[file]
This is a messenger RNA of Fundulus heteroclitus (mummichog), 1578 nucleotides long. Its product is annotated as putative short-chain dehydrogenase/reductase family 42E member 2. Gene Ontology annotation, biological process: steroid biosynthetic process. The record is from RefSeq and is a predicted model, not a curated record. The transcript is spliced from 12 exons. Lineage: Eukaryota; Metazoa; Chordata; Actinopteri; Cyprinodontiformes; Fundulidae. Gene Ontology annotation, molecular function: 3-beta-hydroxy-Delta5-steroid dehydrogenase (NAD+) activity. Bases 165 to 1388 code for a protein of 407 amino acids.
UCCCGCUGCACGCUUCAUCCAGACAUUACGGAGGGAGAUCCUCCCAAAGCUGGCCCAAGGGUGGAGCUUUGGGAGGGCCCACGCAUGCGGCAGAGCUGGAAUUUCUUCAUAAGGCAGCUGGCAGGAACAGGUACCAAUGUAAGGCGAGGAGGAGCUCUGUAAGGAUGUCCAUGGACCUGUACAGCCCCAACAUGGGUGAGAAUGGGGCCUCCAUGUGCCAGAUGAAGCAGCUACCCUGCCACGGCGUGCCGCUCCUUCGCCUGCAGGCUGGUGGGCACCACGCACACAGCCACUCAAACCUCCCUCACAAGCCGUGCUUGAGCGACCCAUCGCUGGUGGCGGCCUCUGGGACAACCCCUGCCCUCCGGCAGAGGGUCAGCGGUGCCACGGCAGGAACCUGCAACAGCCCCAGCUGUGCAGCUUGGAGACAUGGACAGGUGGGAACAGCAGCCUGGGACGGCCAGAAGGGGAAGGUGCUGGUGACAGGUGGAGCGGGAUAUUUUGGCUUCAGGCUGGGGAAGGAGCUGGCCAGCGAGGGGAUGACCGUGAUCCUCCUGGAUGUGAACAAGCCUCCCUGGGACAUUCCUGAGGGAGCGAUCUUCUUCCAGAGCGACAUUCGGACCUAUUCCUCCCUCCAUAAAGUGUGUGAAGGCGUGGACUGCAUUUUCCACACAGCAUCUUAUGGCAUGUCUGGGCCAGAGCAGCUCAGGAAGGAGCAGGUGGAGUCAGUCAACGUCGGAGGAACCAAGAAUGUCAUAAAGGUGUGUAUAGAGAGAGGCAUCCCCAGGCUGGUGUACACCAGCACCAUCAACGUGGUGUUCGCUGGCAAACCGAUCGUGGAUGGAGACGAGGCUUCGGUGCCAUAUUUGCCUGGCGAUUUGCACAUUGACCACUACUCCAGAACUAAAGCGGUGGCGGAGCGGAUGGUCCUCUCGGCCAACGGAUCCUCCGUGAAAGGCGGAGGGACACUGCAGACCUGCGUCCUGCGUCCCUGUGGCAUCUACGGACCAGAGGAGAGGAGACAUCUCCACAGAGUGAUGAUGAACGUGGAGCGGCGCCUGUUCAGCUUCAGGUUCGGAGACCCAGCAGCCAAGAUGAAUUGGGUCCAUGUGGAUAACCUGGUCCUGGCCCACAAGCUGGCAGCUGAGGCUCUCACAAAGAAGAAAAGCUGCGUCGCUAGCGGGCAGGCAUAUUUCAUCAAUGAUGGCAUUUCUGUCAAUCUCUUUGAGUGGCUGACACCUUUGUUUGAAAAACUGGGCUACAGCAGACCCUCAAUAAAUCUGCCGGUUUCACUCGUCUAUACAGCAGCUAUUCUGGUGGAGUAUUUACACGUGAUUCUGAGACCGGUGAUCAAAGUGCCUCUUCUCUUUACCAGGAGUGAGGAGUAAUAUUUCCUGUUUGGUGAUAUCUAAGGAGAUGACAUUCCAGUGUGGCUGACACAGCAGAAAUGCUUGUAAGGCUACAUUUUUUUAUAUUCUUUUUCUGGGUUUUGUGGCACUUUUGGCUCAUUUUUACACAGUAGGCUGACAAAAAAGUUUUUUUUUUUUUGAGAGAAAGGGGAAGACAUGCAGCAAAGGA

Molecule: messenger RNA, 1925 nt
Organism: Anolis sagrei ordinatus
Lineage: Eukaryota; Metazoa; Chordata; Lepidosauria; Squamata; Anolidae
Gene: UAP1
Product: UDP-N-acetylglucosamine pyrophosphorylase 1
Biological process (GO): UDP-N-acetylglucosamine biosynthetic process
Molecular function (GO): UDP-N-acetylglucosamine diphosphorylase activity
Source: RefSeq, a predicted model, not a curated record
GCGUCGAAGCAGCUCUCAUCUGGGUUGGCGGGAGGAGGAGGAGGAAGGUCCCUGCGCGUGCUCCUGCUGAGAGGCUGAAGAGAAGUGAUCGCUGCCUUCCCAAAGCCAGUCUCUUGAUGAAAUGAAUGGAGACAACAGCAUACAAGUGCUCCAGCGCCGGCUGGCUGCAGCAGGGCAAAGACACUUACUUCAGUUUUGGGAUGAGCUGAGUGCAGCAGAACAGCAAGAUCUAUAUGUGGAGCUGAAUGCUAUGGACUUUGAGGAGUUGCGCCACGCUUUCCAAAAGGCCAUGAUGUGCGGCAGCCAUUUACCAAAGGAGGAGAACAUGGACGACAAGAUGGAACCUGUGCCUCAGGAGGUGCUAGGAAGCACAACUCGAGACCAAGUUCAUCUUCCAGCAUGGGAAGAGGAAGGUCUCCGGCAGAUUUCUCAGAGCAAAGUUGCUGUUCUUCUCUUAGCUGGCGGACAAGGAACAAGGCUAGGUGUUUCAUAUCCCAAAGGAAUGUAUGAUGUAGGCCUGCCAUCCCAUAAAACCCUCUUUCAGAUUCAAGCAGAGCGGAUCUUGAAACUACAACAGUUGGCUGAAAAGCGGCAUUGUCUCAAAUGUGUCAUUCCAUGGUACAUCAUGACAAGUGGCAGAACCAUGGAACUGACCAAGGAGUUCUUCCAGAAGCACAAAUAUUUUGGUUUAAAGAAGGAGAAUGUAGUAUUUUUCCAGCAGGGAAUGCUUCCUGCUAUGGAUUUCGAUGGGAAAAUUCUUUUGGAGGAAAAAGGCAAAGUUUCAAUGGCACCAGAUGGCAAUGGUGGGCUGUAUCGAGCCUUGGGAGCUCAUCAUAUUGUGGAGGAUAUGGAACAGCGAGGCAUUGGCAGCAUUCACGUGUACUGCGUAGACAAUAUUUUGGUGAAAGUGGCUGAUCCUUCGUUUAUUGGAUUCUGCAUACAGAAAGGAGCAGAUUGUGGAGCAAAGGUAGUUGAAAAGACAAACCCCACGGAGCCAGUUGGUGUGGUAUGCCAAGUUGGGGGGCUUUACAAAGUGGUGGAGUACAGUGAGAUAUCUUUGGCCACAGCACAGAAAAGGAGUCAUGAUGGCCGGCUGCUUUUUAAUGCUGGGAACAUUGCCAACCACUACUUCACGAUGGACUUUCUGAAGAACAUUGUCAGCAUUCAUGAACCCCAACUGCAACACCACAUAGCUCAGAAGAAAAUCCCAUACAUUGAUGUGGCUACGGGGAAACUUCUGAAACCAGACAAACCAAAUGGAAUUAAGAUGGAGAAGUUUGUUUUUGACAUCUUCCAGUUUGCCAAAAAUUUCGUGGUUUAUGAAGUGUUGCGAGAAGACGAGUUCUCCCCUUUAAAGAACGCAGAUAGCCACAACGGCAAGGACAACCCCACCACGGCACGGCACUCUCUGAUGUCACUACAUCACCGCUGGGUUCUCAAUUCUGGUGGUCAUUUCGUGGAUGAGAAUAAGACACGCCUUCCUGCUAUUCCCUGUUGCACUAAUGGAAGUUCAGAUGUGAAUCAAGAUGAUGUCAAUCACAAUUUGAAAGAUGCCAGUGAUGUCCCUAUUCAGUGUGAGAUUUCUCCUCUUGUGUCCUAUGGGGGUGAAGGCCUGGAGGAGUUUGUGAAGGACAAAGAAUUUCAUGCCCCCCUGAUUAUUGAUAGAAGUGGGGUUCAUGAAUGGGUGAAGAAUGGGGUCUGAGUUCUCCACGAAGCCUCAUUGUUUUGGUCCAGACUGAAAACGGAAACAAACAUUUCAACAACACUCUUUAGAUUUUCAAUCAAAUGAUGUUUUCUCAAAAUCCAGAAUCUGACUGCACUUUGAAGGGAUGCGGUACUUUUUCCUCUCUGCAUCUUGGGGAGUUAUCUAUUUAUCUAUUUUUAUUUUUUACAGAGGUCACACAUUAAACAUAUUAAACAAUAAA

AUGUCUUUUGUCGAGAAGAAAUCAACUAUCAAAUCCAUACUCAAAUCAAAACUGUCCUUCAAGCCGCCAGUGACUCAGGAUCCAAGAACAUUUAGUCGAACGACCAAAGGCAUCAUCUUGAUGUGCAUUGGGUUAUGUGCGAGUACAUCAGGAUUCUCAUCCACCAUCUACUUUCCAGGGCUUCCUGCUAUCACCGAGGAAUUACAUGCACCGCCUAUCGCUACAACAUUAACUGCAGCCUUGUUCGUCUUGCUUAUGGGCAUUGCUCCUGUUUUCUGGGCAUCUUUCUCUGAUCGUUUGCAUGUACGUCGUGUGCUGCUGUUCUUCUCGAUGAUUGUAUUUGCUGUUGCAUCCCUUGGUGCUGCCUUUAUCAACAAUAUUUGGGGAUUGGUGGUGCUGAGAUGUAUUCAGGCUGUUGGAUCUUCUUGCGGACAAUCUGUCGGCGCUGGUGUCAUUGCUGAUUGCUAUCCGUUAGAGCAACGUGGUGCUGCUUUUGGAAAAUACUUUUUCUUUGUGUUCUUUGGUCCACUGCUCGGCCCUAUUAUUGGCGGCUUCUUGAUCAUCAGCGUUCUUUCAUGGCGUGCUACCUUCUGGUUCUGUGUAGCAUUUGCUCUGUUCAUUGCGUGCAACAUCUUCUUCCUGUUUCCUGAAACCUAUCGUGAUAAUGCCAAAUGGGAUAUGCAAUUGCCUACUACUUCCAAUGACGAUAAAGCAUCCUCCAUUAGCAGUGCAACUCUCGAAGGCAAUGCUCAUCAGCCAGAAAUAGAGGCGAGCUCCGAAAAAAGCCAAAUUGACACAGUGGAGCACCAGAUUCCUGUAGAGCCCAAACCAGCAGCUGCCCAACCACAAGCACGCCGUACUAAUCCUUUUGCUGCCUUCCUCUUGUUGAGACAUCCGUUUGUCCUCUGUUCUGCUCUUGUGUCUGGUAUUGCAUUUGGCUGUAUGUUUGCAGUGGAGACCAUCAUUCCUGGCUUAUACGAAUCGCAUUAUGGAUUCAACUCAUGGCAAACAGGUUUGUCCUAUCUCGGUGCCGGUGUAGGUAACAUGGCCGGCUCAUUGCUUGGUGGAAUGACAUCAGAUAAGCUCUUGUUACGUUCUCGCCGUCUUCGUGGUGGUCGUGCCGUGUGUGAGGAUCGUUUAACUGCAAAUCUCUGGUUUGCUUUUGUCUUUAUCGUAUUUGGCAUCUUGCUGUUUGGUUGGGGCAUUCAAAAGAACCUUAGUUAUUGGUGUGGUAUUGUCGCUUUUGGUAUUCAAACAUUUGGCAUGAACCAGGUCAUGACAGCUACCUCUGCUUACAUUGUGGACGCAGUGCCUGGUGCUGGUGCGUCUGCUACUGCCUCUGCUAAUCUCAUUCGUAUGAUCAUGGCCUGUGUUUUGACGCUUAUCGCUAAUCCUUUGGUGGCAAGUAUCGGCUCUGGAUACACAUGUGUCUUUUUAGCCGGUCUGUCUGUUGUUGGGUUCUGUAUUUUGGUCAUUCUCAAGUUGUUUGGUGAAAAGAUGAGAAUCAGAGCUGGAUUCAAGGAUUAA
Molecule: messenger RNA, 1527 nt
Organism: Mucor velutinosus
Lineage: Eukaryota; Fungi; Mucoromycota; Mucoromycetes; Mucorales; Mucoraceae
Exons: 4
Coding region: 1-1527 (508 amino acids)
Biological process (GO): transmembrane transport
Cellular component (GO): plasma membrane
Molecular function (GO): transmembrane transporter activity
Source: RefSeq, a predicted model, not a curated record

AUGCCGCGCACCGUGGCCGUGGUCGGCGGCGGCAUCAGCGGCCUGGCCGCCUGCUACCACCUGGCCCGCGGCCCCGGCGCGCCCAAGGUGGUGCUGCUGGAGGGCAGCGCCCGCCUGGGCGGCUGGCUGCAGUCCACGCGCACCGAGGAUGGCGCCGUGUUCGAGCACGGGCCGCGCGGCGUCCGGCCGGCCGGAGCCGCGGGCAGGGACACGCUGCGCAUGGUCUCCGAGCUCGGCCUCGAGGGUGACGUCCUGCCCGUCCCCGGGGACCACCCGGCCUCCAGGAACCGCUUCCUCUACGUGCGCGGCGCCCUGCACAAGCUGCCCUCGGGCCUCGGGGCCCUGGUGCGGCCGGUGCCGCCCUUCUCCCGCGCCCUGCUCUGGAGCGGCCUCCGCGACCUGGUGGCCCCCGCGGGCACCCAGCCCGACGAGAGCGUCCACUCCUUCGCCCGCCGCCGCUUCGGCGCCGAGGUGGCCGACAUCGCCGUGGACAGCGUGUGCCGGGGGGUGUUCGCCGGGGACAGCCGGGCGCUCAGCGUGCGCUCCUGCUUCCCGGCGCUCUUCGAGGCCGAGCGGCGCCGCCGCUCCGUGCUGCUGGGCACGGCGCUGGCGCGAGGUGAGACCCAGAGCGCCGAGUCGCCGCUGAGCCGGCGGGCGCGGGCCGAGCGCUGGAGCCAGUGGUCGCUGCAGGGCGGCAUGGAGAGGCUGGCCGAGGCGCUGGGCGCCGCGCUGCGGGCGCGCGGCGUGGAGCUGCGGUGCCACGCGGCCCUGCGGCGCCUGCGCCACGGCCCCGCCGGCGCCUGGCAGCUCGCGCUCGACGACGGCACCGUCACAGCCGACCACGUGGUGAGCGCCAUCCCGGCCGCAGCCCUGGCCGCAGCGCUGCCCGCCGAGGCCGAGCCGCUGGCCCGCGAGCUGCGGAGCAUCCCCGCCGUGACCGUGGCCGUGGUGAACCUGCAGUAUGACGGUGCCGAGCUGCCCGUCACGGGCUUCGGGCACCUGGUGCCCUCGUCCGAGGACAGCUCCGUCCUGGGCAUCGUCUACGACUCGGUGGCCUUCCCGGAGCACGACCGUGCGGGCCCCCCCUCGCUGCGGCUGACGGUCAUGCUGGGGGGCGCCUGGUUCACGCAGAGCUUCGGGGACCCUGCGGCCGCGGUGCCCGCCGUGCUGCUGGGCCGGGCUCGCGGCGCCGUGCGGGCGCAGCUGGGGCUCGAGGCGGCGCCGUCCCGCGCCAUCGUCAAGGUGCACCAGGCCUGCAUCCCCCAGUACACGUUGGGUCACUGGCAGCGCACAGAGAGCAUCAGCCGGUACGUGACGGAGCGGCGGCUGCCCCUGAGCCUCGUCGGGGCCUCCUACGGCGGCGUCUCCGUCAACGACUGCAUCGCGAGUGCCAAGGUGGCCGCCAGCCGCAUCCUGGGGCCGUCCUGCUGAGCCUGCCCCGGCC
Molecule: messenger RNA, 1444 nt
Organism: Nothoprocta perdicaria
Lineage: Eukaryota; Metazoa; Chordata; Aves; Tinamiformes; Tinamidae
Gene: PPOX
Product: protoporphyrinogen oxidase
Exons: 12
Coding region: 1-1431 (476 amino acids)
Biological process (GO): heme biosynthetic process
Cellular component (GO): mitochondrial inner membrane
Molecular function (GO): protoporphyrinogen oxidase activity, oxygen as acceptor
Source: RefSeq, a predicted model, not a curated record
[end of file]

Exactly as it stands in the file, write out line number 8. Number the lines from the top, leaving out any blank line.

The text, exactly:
Biological process (GO): UDP-N-acetylglucosamine biosynthetic process